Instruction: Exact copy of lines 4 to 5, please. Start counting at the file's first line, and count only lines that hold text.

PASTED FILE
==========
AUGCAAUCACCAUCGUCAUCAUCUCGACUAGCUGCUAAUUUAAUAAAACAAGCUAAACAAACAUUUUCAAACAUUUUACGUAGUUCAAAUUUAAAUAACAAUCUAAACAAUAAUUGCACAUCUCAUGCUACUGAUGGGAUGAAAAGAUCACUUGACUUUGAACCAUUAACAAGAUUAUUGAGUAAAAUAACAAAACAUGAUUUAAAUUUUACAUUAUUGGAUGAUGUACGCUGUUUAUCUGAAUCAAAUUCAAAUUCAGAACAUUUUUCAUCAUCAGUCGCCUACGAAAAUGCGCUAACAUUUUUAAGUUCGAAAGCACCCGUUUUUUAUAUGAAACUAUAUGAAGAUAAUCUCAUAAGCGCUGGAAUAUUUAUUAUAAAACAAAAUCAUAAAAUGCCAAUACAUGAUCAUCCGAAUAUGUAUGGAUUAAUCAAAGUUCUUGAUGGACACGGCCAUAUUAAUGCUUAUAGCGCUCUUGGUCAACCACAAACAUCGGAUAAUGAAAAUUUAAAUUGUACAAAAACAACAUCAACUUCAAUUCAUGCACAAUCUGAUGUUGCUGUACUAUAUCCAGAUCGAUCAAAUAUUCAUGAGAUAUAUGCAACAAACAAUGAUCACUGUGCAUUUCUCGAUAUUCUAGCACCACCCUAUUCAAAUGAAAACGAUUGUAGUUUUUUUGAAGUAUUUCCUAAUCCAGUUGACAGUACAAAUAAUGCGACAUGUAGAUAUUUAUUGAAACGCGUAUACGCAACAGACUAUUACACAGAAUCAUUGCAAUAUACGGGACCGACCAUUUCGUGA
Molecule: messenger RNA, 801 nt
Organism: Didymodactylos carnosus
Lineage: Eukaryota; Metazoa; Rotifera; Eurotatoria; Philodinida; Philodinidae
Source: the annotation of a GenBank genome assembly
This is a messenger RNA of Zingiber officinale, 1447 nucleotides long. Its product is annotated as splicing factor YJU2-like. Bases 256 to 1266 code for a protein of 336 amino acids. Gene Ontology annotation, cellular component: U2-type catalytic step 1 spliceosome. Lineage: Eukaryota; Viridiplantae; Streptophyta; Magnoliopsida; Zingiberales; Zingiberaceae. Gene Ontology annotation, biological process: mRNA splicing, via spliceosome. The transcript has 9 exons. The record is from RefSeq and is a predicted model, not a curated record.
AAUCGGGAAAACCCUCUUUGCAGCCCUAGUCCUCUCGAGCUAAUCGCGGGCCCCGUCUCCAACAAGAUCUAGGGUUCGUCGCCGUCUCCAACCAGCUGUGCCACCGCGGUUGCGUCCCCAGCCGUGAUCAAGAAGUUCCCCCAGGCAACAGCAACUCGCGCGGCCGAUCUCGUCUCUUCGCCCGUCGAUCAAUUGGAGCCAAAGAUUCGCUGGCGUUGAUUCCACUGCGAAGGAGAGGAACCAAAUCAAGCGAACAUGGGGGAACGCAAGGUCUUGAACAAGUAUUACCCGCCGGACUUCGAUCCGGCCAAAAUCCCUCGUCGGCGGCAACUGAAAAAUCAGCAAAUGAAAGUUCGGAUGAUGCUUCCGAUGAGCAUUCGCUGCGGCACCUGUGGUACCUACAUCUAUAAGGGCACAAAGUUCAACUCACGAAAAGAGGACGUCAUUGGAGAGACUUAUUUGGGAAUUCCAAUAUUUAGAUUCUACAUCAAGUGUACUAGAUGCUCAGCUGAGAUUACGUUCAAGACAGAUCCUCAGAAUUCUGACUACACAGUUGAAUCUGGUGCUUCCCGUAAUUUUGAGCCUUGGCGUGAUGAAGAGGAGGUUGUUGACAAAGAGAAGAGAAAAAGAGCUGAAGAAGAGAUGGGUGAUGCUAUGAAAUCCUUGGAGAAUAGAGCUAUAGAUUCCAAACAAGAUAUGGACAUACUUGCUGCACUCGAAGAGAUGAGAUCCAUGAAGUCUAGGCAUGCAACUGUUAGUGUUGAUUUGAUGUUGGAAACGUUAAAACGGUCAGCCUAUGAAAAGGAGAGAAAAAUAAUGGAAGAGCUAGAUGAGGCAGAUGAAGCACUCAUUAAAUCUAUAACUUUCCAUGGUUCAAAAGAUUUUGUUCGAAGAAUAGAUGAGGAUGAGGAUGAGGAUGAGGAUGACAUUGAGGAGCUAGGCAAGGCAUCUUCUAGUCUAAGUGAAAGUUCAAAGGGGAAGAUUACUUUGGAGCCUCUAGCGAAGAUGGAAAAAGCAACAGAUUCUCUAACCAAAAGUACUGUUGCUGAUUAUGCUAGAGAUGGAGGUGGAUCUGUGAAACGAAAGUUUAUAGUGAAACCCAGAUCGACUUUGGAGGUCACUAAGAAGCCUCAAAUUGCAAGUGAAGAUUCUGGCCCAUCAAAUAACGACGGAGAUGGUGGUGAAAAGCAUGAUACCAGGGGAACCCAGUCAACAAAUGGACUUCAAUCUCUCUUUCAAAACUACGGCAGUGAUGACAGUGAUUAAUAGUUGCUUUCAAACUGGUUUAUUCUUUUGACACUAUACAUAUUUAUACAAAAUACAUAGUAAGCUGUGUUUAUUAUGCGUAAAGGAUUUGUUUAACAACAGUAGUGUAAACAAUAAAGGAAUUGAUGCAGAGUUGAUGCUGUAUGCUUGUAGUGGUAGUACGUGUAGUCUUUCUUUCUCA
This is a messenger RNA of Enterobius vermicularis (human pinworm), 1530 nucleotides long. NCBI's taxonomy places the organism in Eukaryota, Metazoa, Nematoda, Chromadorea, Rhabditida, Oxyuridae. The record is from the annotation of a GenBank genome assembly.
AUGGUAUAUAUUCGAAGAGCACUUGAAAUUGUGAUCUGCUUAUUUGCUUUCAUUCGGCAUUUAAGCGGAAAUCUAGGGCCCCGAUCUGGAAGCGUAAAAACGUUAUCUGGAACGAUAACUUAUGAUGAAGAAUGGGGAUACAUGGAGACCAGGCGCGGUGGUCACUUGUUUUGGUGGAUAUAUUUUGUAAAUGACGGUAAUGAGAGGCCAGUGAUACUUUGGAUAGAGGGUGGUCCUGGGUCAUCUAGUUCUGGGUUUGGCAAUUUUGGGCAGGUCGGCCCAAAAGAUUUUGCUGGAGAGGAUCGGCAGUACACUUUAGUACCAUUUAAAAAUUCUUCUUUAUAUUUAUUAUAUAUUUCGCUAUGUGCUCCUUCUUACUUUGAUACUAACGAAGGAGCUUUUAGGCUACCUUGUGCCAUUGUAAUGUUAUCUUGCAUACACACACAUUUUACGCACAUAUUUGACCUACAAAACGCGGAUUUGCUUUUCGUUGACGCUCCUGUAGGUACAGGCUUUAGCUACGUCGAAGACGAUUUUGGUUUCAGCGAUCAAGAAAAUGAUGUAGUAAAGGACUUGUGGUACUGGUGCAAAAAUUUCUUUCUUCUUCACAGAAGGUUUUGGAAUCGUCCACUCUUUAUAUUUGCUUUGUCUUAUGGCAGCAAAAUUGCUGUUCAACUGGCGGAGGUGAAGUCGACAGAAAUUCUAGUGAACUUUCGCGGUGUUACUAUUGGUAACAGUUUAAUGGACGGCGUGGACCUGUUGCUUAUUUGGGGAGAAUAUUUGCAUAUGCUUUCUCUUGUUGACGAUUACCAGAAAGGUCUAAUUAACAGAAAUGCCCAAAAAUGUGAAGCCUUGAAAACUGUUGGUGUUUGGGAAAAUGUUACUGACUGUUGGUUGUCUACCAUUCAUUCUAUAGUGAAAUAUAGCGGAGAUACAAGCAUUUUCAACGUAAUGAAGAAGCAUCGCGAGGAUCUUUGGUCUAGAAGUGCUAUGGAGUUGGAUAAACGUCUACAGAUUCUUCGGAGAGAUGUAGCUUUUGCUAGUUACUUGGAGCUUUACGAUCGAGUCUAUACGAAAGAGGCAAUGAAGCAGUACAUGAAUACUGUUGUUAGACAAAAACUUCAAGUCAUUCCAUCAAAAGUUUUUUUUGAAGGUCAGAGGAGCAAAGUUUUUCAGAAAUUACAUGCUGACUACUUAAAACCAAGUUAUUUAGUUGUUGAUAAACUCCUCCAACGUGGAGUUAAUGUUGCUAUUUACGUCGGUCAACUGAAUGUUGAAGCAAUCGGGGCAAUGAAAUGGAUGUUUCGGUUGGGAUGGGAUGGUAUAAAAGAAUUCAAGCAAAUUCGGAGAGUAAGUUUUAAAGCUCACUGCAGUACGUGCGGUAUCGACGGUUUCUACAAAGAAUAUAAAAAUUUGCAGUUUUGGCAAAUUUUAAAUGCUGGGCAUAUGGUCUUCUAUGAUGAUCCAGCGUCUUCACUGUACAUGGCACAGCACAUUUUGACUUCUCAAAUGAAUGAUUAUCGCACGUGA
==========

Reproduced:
Lineage: Eukaryota; Metazoa; Rotifera; Eurotatoria; Philodinida; Philodinidae
Source: the annotation of a GenBank genome assembly